ELIZABETH BOROUGH (KDKA) — The Army Corps of Engineers is set to demolish the old Elizabeth Dam sometime in 2024. The demolition is expected to speed up commercial navigation on the river, but could disrupt fish habitats.
To prepare for the imminent demolition, a giant crane has been picking up massive buckets of rock and one after another, dumps them in the Monongahela River, near Elizabeth Borough.
"The purpose of today's project is to mitigate the tail water effect we're going to lose from the removal of the Elizabeth Lock and Dam," said Claire Murphy, of the U.S. Army Corps of Engineers.
According to the U.S. Army Corps of Engineers, after the dam is no longer there, it will essentially create miles open to boating, recreation and unobstructed fish passage.
"We've got walleye, bass, muskie. Different kinds of bass we fish for around here," said Kristina Shultz, a biologist with the U.S. Army Corps of Engineers.
When the dam is gone and the water flow changes, all of the ricks will provide the following for marine river life.
"These fish reefs provide habitat for fish within the area and some shallow water areas to spawn during the spawning season," Shultz said.
This isn't the only place this kind of operation is going on along the river ways in the area.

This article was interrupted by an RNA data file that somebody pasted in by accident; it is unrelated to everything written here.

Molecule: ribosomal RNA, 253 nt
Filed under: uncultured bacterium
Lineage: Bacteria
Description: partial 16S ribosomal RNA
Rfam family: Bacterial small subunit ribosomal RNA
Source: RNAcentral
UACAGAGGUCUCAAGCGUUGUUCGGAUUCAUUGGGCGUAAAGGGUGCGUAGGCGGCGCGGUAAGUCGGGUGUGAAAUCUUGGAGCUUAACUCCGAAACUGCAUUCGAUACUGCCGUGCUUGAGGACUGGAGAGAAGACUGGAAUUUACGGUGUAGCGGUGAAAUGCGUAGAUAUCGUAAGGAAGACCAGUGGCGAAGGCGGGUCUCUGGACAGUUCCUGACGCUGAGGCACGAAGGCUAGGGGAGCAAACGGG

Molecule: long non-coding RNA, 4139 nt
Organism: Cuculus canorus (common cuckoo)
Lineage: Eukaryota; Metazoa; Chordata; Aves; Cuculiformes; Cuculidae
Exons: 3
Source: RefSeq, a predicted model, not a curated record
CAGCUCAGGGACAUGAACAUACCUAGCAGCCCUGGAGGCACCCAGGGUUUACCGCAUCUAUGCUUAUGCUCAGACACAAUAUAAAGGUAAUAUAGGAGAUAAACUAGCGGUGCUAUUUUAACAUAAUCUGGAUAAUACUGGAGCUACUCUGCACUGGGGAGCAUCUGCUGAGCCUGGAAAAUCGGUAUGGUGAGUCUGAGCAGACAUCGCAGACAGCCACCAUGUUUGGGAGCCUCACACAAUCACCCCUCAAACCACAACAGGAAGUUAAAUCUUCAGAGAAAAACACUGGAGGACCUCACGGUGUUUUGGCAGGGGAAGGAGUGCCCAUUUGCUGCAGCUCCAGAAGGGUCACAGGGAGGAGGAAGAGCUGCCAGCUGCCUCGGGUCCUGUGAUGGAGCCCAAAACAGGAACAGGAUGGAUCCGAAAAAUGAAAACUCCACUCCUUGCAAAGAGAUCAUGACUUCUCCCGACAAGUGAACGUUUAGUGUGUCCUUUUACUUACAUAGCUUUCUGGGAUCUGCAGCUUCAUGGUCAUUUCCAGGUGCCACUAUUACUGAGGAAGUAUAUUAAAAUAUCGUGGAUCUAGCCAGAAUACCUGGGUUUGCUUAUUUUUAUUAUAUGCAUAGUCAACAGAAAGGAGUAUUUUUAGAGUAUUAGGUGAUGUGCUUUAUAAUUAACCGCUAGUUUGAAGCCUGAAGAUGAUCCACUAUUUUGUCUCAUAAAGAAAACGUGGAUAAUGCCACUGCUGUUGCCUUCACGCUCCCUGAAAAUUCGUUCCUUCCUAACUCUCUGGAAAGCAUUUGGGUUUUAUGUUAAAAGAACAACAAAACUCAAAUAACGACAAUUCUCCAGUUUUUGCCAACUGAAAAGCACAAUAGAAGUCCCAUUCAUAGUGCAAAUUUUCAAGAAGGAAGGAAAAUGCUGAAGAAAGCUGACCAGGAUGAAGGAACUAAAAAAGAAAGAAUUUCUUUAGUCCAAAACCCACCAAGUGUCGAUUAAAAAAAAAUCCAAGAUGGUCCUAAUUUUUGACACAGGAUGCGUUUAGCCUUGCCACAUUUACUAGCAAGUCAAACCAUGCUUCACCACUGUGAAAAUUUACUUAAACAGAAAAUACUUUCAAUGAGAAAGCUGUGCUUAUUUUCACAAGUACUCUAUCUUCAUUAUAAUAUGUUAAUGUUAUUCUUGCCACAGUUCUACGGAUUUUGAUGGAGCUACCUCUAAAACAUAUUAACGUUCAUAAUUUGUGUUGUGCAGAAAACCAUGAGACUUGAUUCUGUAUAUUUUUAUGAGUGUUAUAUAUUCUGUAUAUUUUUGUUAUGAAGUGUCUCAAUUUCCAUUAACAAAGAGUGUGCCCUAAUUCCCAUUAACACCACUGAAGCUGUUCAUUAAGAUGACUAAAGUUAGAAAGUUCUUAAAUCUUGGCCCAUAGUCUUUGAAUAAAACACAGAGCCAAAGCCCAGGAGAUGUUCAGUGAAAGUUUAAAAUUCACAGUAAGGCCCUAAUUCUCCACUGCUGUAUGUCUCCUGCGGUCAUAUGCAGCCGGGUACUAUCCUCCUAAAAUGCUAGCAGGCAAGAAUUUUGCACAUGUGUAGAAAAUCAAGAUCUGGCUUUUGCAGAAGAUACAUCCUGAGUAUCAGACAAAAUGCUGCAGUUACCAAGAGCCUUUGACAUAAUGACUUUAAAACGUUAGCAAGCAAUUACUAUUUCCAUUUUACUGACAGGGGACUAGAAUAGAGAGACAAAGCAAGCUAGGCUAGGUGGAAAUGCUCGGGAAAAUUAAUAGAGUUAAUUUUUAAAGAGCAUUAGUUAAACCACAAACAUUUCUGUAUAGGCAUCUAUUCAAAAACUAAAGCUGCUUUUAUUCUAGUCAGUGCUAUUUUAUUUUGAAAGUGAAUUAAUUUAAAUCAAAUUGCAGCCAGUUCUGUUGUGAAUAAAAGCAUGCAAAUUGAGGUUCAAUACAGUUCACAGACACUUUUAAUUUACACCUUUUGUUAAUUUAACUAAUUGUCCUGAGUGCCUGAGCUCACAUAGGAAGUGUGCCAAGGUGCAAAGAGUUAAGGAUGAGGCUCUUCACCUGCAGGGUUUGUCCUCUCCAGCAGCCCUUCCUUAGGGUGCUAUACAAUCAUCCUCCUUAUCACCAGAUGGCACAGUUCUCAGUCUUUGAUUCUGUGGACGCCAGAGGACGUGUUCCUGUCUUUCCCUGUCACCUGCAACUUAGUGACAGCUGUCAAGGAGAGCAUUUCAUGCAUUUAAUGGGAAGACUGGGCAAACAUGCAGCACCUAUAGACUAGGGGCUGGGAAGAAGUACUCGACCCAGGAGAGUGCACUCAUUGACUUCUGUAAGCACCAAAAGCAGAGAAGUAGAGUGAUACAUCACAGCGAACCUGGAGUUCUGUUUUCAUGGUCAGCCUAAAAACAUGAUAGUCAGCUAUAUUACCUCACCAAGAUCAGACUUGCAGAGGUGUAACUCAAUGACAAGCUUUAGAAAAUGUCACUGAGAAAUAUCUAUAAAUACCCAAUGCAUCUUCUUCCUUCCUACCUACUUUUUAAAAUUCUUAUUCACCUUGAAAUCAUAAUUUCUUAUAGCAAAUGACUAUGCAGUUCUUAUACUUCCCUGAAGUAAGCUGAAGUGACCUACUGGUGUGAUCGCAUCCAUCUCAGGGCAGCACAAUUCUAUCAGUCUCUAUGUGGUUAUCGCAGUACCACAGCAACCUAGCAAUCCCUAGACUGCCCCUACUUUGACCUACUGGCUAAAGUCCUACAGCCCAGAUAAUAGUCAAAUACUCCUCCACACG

"There will be 73 reefs total in five segments from Braddock, all the way down to Charleroi. This is exciting for the fish, but also for boaters and recreational users of the lower Monongahela River," Schultz added.
The rock reefs won't extend into the channel, but recreational boaters will have to take them into account when playing the waters of the Monongahela River.
"There's about three feet of clearance in some areas that's shallower. So, we caution boaters to be careful when they're out and around these structures and to consult the navigation charts we have at the LRP Website," said Murphy.
To see a map of the reefs, click here for more.
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